Friday, April 14, 2017

Why the 101 model doesn't work for labor markets

A lot of people have trouble wrapping their heads around the idea that the basic "Econ 101" model - the undifferentiated, single-market supply-and-demand model - doesn't work for labor markets. To some people involved in debates over labor policy, the theory is almost axiomatic - the labor market must be describable in terms of a "labor supply curve" and a "labor demand curve". If you tell them it can't, it just sort of breaks their brain. How could there not be a labor demand curve? How could there not be a relationship between the price of something and how much of it people want to buy?

Answer: If you can't observe it, you might as well treat it as if it doesn't exist.

People forget this, but demand curves aren't actually directly observable. They're hypotheticals - "If the price were X, how much would you buy?" You can give people a survey, but the only way to really know how much people would buy is to actually move the price to X. And the only way to do that is to shift the supply curve. But how do you know what the supply curve is? The only way is to shift the demand curve!

This is called an identification problem. Unless you can observe something that's clearly a shock to only one of the curves but not the other, you can't know what the curves look like. (Paul Romer explains this in section 4.1 of his essay "The Trouble With Macroeconomics".)

And with labor markets, it's very hard to find a shock that only affects one of the "curves". The reason is because almost everything in the economy gets produced with labor. If you find a whole bunch of new workers, they're also a whole bunch of new customers, and the stuff they buy requires more workers to produce. If you raise the minimum wage, the increased income to those with jobs will also boost labor demand indirectly (somehow, activist and businessman Nick Hanauer figured this out when a whole lot of econ-trained think-tankers missed it!).

Labor is a crucial input in so many markets that it really needs to be dealt with in general equilibrium - in other words, by analyzing all markets at once - rather than by treating it as a single market in isolation. That makes the basic Econ 101 partial-equilibrium model pretty useless for analyzing labor.

"But," you may say, "can't we make some weaker assumptions that are pretty reasonable?" Sure. It makes sense that since it takes some time for new businesses to be created, a surge of unskilled immigration should represent a bigger shock to labor supply than to labor demand in the very short run. And it makes sense that a minimum wage hike wouldn't raise labor demand enough to compensate for the wedge created by the price floor.

With these weaker assumptions, you can get a general sense of the supply and demand curves. Problem: The results then contradict each other. Empirical results on sudden unskilled immigration surges indicate a very high elasticity of labor demand, while empirical results on minimum wage hikes indicate a very low elasticity of labor demand. Those can't both be true at the same time.

So if you accept these plausible, weak identifying assumptions, it still doesn't make sense to think about labor markets as described by an S curve and a D curve.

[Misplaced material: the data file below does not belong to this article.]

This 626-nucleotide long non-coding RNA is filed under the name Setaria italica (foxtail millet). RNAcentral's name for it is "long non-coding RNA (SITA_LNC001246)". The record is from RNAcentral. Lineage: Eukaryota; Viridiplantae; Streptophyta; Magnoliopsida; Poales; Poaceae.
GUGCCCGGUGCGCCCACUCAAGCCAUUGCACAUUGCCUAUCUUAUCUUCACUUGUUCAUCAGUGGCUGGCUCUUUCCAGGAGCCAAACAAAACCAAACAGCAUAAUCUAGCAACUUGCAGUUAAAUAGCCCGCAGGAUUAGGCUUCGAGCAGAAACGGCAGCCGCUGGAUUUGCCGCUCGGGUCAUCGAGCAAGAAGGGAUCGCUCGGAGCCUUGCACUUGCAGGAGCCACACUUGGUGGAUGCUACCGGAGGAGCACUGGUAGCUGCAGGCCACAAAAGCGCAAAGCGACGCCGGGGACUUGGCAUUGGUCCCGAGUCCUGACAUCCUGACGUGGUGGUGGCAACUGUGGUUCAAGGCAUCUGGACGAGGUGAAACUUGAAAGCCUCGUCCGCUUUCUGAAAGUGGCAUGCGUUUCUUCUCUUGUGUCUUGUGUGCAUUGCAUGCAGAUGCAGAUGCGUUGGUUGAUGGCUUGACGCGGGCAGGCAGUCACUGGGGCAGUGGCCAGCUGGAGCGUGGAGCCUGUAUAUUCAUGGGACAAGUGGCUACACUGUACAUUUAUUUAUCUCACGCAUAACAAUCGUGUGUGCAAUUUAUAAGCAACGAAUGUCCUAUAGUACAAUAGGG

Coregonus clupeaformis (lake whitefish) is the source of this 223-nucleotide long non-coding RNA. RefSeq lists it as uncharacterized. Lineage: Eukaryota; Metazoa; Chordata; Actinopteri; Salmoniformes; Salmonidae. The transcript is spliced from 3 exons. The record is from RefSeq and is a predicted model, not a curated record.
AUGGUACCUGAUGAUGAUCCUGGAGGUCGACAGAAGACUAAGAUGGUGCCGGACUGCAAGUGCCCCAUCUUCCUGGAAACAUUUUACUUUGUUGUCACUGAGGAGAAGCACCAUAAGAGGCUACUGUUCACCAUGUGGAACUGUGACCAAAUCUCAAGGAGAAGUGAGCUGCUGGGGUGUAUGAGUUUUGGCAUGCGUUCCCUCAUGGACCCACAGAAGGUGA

Of course, you could come up with some weird, stinky, implausible identifying assumptions that could reconcile these empirical facts (and the various other things we know about labor markets). With baroque enough assumptions, you can always salvage any theory, as Romer points out (and as Lakatos pointed out). But at some point it just starts to seem silly.

In fact, there are a number of other reasons why the Econ 101 theory isn't a good fit for labor markets:

1. Supply-and-demand graphs are for one single commodity; labor is highly heterogeneous.

2. Supply-and-demand graphs are static models; because of labor laws and implicit contracts, labor markets involve lots of forward-looking behavior.

3. Supply-and-demand graphs are frictionless; labor markets obviously involve large search frictions, for a number of reasons.

If Econ 101 supply-and-demand models worked for every market, the vast majority of the modern economics profession would be totally useless. Claiming that the econ 101 model must always be a good model basically says that most of econ is barking up the wrong tree, and that it's just all in Marshall. Fortunately, economists tend to be a smart, scientifically-minded bunch, and so they realize that general equilibrium effects, heterogeneity, forward-looking behavior, search frictions, etc. exist, and often are essential to understanding markets.

The Econ 101 supply-and-demand model is just not a good description for the labor market. The theoretical construct known as "the labor demand curve" is ontologically suspect, i.e. it is a poor modeling choice. If we adopt some sort of positivist or empiricist philosophy - "if I can't observe it, it might as well not exist" - then we might as well say that "the labor demand curve" doesn't exist. It's not an actual thing.


  1. It's been a long time since I took int. micro, but on minimum wages, don't the simplest general equilibrium models (the ones that are just systems of linear equations in in >2 dimensions) also have the same policy implications as partial-equilibrium models, where a price floor above the market-clearing price causes a labor surplus?

    1. Yeah, but the question is, how much? Also if there's imperfect competition for labor, the effect could go the other way.